The Government may relax its cap on bankers' pay to allow Bank of Ireland to find a suitable new CEO, Finance Minister Michael Noonan has said.
Bank of Ireland chief executive Richie Boucher announced last month that he will retire before the end of the year after almost a decade in charge of the country's largest lender by assets.
The bank has begun the search for a replacement.
Since Richie Boucher was appointed CEO in February 2009, shortly after the Irish banks sought a state bailout, the Government has imposed a cap of €500,000 on annual salaries at rescued banks.
In a prospectus issued last week in relation to a proposed share consolidation, Bank of Ireland said the €500,000 pay cap "places it at an increasing competitive disadvantage in seeking to retain and attract staff, particularly those with certain skill sets and in international locations."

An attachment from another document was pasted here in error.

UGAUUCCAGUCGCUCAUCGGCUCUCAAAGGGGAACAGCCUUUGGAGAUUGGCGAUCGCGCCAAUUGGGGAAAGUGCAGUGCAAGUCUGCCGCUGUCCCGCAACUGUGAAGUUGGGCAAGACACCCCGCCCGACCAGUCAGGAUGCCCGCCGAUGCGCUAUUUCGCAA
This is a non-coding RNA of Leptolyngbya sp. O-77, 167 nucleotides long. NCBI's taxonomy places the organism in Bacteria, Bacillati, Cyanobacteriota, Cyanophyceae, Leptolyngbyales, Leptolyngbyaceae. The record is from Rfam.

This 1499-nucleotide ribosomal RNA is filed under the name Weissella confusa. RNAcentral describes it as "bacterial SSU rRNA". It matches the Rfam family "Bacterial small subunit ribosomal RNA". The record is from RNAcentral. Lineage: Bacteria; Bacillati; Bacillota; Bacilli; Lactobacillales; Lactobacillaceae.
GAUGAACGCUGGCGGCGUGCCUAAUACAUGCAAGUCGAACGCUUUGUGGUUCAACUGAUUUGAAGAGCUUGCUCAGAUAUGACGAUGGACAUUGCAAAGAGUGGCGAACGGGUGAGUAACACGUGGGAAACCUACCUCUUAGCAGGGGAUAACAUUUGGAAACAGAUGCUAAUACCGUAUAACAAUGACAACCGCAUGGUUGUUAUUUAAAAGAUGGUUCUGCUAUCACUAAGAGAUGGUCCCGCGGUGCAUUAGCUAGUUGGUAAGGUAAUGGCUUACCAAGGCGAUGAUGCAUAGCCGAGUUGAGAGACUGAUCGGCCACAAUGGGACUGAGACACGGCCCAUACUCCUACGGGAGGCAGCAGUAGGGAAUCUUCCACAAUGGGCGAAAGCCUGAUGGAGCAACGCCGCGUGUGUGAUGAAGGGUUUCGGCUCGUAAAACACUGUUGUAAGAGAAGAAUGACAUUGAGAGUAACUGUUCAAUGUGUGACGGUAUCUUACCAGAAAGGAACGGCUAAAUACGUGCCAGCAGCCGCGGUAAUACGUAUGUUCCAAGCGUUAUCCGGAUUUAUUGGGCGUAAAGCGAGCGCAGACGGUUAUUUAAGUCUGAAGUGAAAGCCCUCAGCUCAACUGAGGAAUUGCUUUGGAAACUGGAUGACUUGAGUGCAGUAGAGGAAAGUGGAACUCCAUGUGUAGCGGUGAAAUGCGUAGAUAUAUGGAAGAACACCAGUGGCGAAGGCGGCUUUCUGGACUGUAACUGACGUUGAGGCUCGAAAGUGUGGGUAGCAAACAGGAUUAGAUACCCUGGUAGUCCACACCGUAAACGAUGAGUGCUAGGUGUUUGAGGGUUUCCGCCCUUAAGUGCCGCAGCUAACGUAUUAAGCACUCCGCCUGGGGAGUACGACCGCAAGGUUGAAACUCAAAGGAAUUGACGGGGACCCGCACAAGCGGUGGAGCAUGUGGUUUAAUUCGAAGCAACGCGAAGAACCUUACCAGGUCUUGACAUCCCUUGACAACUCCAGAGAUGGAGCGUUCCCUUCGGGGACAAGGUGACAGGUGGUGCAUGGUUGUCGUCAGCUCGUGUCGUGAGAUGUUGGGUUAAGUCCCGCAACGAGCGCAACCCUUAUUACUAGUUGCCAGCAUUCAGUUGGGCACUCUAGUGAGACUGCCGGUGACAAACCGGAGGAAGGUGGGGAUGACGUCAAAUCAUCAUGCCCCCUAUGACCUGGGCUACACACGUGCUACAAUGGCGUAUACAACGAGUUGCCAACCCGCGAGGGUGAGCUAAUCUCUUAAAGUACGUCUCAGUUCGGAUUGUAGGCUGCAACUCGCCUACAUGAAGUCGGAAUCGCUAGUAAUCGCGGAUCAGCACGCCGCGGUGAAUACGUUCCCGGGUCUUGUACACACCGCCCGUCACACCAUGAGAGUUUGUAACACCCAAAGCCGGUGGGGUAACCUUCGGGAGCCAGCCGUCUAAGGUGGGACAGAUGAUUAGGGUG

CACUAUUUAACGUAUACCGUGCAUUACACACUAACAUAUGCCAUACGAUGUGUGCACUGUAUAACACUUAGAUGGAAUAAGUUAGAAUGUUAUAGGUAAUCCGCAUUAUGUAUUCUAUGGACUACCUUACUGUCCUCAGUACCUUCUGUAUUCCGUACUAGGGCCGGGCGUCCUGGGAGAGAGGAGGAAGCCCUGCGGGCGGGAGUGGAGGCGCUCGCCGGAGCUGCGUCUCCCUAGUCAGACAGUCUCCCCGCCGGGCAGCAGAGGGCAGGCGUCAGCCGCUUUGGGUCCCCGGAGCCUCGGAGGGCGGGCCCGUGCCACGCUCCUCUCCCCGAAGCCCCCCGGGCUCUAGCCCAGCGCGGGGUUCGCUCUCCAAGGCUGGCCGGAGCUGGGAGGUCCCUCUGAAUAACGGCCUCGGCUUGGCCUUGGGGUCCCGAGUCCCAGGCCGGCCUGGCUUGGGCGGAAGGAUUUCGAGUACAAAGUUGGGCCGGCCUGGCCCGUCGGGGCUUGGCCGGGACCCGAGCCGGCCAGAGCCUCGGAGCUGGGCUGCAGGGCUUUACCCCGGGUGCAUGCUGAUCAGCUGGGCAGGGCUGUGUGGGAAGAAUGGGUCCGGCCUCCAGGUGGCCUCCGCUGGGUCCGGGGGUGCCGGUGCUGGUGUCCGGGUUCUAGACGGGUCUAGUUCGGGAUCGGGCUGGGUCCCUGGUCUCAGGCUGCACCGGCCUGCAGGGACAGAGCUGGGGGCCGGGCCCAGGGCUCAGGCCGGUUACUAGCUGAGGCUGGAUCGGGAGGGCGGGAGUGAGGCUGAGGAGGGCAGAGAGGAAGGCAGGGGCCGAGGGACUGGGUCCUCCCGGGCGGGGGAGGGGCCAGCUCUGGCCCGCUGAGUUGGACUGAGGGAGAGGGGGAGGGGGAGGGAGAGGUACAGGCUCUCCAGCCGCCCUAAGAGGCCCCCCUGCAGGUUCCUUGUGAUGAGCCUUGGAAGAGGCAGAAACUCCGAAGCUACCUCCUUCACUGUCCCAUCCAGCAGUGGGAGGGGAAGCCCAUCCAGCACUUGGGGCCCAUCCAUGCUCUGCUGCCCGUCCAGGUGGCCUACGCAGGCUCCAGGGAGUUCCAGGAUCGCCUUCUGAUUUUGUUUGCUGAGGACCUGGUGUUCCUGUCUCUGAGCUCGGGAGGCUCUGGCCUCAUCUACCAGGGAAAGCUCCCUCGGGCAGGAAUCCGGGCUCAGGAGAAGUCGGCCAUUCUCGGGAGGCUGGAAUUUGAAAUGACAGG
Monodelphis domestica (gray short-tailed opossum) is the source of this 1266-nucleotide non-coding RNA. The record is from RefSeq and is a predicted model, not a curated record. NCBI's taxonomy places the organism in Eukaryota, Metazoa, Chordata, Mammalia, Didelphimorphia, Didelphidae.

Michael Noonan said that as the Government held only a 14% stake in Bank of Ireland, it might be more flexible over pay than it has been with the two other lenders it bailed out, which are still majority state-owned.
"In the case of Richie Boucher's replacement, we'll see who the replacement is but Richie's salary was never bound by the cap and we are only a 14% investor in the Bank of Ireland," Mr Noonan said yesterday.
"So if they appoint someone significant from outside, I think the parameters for negotiating pay will be somewhere in line with Richie Boucher's. It will depend on who they find. It's not decided yet," he added.
Richie Boucher's gross annual salary has remained at €690,000 throughout his tenure and his total compensation package was €958,000 last year.
AIB and Permanent TSB have changed chief executives since Ireland's banking crisis and had to adhere to the pay limits.
Asked if he should get rid of the limits altogether, Mr Noonan said he would maintain the cap.